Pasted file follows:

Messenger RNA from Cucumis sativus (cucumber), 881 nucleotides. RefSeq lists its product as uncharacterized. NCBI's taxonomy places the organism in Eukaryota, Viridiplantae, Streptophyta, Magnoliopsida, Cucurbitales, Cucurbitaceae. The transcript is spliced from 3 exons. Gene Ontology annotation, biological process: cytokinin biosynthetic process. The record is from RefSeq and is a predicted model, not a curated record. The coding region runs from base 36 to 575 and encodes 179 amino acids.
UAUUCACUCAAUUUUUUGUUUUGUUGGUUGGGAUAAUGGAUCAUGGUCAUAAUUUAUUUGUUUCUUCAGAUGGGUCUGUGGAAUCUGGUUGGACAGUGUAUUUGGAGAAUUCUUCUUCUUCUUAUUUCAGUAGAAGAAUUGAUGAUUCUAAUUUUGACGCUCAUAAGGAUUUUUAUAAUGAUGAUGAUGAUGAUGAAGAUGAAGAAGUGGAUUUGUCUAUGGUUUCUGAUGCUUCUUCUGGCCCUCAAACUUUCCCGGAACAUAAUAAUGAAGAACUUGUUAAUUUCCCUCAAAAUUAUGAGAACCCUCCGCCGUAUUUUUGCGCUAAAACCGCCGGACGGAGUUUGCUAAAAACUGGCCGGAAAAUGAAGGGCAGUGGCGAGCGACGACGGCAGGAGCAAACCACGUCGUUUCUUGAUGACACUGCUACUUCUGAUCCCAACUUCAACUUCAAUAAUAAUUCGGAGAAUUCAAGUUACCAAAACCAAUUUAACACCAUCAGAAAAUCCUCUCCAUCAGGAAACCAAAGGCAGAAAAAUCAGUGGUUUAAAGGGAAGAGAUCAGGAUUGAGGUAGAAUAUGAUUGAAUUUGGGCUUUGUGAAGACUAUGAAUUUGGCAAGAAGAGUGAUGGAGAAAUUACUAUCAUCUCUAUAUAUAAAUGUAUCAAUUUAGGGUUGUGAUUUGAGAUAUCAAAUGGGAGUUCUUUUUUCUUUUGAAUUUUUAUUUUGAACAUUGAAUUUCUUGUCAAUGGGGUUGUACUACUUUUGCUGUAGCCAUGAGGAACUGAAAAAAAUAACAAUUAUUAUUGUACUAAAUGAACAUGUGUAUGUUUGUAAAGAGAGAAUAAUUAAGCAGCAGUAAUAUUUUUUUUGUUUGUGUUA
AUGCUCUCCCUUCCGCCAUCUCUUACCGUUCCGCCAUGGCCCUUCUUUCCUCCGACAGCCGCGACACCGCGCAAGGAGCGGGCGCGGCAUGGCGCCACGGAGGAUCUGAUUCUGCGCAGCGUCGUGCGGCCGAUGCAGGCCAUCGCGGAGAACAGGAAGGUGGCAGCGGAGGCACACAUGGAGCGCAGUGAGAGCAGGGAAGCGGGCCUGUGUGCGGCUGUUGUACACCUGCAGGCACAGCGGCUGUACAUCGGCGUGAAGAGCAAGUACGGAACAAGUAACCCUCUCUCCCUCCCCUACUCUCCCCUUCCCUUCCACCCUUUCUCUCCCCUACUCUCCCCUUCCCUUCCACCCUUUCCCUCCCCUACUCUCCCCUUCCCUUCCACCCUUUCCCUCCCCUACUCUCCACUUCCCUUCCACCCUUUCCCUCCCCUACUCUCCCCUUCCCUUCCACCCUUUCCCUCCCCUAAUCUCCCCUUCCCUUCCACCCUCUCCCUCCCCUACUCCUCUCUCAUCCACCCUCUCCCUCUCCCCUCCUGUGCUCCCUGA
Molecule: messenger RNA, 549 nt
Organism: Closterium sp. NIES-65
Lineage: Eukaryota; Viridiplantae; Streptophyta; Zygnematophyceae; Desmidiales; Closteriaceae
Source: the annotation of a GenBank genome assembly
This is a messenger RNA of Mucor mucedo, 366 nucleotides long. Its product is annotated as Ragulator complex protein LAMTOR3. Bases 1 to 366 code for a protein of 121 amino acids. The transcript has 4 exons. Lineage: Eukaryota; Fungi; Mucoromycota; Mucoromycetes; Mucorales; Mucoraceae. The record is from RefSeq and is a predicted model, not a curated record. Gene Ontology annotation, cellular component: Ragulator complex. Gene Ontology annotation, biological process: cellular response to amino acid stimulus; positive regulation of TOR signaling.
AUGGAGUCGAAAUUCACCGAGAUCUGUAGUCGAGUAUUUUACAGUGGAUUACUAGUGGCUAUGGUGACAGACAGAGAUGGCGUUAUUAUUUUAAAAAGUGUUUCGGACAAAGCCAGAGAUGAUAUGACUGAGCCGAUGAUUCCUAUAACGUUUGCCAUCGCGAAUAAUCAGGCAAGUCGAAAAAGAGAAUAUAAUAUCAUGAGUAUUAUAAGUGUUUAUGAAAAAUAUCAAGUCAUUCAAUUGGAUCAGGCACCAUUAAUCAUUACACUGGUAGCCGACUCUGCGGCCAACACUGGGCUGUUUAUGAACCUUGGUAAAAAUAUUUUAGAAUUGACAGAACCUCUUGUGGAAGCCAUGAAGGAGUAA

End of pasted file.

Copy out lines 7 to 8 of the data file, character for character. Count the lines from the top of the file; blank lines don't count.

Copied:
Source: the annotation of a GenBank genome assembly
This is a messenger RNA of Mucor mucedo, 366 nucleotides long. Its product is annotated as Ragulator complex protein LAMTOR3. Bases 1 to 366 code for a protein of 121 amino acids. The transcript has 4 exons. Lineage: Eukaryota; Fungi; Mucoromycota; Mucoromycetes; Mucorales; Mucoraceae. The record is from RefSeq and is a predicted model, not a curated record. Gene Ontology annotation, cellular component: Ragulator complex. Gene Ontology annotation, biological process: cellular response to amino acid stimulus; positive regulation of TOR signaling.